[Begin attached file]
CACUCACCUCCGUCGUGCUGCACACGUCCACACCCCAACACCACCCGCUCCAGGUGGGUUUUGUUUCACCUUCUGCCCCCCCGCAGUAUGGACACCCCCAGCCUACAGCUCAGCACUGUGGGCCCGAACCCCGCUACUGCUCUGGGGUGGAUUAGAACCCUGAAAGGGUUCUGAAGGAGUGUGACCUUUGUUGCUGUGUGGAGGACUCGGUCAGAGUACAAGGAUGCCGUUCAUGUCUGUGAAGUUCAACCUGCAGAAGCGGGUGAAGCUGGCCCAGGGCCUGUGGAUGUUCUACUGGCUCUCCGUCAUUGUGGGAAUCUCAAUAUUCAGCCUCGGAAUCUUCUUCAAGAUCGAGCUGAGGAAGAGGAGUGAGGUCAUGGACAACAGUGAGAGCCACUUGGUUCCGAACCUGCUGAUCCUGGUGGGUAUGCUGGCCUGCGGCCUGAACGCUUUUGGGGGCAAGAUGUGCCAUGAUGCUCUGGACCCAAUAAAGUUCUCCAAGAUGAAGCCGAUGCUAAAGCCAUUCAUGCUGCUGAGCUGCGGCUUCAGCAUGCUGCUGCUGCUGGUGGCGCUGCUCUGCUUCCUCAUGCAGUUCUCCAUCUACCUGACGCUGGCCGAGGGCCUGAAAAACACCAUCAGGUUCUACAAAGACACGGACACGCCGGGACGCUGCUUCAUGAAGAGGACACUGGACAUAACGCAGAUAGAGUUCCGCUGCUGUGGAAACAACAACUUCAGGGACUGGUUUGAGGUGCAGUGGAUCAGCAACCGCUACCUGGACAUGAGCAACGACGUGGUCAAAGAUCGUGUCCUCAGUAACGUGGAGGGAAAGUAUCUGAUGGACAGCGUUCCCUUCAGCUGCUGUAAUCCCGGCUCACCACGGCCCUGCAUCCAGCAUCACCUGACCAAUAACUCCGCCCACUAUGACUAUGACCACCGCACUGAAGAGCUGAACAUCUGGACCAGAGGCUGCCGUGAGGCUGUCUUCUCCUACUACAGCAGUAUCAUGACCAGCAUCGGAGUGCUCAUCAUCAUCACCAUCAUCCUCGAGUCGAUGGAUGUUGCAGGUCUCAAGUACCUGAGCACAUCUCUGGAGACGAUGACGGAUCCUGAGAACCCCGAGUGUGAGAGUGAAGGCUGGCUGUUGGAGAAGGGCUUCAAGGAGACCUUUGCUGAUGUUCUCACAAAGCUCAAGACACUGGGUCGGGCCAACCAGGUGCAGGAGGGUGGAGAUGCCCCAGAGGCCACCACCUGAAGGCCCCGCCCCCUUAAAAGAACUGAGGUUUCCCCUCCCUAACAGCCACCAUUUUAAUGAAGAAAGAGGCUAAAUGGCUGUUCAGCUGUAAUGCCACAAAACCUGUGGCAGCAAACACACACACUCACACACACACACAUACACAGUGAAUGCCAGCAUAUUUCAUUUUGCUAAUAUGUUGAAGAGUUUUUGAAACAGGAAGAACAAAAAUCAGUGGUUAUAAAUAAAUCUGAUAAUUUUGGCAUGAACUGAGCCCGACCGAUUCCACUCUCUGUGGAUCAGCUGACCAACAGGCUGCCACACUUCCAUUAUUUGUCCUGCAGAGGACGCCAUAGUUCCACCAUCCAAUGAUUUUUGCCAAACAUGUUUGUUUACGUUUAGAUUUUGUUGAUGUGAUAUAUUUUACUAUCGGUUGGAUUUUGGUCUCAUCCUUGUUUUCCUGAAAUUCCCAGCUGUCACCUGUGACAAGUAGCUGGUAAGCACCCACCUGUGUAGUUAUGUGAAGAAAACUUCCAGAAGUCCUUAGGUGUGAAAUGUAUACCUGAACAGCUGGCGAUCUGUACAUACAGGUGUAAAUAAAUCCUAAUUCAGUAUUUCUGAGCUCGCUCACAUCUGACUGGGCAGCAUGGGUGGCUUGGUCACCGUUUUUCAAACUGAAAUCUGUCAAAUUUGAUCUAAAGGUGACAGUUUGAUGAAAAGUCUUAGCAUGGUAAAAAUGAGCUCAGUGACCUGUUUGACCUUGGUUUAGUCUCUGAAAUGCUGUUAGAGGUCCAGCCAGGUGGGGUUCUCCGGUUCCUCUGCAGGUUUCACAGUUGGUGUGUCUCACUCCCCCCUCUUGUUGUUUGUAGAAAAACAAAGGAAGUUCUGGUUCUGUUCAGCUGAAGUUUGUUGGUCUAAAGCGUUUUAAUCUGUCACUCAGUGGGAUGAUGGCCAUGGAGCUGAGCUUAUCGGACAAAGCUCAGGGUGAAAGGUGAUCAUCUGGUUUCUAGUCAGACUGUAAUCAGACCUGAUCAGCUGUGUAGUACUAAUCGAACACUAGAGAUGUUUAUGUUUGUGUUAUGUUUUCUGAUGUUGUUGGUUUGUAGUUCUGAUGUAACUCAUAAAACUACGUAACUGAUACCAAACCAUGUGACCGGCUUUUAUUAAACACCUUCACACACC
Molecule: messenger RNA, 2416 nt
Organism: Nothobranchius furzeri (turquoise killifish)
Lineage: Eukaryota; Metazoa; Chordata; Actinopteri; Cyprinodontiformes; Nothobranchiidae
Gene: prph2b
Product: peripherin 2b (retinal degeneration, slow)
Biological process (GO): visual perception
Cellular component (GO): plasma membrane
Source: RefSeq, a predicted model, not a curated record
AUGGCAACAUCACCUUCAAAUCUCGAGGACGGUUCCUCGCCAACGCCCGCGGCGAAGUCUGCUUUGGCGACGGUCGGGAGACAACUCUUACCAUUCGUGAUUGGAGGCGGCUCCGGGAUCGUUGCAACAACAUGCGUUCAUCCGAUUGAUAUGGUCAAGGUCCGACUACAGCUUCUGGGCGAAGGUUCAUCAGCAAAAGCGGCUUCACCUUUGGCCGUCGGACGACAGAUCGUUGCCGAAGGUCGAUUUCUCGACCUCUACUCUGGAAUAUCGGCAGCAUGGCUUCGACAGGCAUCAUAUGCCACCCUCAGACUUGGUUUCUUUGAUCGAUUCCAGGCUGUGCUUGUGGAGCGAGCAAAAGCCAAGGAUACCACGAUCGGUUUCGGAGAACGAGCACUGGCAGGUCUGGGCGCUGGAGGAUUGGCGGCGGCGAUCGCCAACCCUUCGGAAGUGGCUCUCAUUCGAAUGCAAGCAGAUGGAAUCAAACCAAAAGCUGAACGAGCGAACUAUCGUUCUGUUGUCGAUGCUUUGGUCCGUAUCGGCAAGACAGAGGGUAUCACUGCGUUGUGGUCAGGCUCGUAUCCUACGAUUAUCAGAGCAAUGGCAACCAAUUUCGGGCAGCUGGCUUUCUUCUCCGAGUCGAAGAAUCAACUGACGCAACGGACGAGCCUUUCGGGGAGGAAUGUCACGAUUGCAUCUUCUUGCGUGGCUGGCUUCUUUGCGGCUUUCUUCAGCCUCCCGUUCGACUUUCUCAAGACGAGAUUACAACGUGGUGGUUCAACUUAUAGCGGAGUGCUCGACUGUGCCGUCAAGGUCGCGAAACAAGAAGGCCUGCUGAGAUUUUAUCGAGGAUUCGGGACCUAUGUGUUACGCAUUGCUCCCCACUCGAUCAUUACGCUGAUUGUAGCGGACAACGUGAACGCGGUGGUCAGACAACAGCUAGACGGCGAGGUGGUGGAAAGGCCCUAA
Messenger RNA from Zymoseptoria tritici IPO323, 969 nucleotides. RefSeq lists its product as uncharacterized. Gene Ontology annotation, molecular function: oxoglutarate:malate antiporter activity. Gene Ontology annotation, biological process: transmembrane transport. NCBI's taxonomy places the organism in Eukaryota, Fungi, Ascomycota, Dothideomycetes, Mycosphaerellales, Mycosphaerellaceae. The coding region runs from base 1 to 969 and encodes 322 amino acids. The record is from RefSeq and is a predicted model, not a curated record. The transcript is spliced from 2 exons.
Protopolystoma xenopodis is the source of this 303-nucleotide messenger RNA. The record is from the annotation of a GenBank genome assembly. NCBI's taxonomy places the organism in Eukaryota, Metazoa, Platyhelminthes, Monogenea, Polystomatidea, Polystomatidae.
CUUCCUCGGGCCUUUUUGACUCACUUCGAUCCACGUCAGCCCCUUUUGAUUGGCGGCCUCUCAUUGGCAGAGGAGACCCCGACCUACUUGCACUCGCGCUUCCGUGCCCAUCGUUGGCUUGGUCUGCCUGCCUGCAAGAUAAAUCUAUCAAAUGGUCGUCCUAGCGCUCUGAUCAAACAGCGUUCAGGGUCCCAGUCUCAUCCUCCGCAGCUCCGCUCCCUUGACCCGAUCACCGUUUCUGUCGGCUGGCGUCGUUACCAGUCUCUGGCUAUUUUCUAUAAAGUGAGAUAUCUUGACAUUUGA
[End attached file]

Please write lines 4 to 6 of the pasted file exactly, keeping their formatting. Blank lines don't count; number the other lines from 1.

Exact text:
Lineage: Eukaryota; Metazoa; Chordata; Actinopteri; Cyprinodontiformes; Nothobranchiidae
Gene: prph2b
Product: peripherin 2b (retinal degeneration, slow)